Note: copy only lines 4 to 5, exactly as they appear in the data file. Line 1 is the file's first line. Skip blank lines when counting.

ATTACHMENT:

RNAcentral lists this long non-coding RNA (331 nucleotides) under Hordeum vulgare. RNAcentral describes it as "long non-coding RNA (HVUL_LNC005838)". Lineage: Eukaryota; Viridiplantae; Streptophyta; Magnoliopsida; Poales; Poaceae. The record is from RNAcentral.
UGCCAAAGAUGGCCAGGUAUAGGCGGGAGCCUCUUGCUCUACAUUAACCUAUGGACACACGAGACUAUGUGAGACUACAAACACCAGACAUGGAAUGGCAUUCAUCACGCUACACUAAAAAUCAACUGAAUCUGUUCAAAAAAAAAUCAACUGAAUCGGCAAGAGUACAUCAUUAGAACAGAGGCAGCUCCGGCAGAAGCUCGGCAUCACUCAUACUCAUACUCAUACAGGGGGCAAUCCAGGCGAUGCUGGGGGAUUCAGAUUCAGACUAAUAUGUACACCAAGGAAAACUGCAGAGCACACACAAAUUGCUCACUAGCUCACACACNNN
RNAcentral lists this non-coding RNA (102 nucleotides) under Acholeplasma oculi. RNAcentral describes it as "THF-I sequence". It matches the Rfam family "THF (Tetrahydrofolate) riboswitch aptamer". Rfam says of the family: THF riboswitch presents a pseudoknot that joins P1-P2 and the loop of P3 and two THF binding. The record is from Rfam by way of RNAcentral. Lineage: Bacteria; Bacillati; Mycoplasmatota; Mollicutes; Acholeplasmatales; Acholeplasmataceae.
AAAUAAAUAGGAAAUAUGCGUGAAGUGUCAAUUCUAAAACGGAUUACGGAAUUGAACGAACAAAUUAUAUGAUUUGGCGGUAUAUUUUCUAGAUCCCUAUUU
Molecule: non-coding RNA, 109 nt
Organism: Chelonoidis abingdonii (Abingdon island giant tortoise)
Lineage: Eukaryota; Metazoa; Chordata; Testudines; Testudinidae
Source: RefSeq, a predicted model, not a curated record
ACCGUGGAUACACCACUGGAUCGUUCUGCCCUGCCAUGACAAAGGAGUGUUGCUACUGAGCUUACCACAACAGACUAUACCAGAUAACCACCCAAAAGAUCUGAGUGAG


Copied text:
AAAUAAAUAGGAAAUAUGCGUGAAGUGUCAAUUCUAAAACGGAUUACGGAAUUGAACGAACAAAUUAUAUGAUUUGGCGGUAUAUUUUCUAGAUCCCUAUUU
Molecule: non-coding RNA, 109 nt